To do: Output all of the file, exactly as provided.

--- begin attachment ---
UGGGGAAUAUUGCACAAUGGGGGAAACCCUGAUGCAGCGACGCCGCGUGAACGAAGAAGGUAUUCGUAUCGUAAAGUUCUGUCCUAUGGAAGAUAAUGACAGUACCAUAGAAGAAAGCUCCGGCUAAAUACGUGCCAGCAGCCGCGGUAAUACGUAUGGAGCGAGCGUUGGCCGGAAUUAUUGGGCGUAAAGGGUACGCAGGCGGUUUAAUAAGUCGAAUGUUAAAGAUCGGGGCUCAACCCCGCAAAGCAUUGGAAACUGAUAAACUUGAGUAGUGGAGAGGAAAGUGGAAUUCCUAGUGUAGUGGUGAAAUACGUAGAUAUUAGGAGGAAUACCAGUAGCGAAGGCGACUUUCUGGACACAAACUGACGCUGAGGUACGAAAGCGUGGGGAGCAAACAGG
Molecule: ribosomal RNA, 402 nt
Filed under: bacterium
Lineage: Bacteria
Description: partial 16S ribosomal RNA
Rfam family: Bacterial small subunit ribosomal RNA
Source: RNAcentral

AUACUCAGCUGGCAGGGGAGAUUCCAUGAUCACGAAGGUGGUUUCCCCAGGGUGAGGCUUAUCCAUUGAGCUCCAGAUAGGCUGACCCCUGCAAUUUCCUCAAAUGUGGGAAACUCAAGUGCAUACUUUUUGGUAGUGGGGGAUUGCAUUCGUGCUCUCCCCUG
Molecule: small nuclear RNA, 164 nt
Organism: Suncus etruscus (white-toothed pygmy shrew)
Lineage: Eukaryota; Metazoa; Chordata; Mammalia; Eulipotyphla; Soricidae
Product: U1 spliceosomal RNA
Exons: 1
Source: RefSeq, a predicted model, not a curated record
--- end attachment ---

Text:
UGGGGAAUAUUGCACAAUGGGGGAAACCCUGAUGCAGCGACGCCGCGUGAACGAAGAAGGUAUUCGUAUCGUAAAGUUCUGUCCUAUGGAAGAUAAUGACAGUACCAUAGAAGAAAGCUCCGGCUAAAUACGUGCCAGCAGCCGCGGUAAUACGUAUGGAGCGAGCGUUGGCCGGAAUUAUUGGGCGUAAAGGGUACGCAGGCGGUUUAAUAAGUCGAAUGUUAAAGAUCGGGGCUCAACCCCGCAAAGCAUUGGAAACUGAUAAACUUGAGUAGUGGAGAGGAAAGUGGAAUUCCUAGUGUAGUGGUGAAAUACGUAGAUAUUAGGAGGAAUACCAGUAGCGAAGGCGACUUUCUGGACACAAACUGACGCUGAGGUACGAAAGCGUGGGGAGCAAACAGG
Molecule: ribosomal RNA, 402 nt
Filed under: bacterium
Lineage: Bacteria
Description: partial 16S ribosomal RNA
Rfam family: Bacterial small subunit ribosomal RNA
Source: RNAcentral

AUACUCAGCUGGCAGGGGAGAUUCCAUGAUCACGAAGGUGGUUUCCCCAGGGUGAGGCUUAUCCAUUGAGCUCCAGAUAGGCUGACCCCUGCAAUUUCCUCAAAUGUGGGAAACUCAAGUGCAUACUUUUUGGUAGUGGGGGAUUGCAUUCGUGCUCUCCCCUG
Molecule: small nuclear RNA, 164 nt
Organism: Suncus etruscus (white-toothed pygmy shrew)
Lineage: Eukaryota; Metazoa; Chordata; Mammalia; Eulipotyphla; Soricidae
Product: U1 spliceosomal RNA
Exons: 1
Source: RefSeq, a predicted model, not a curated record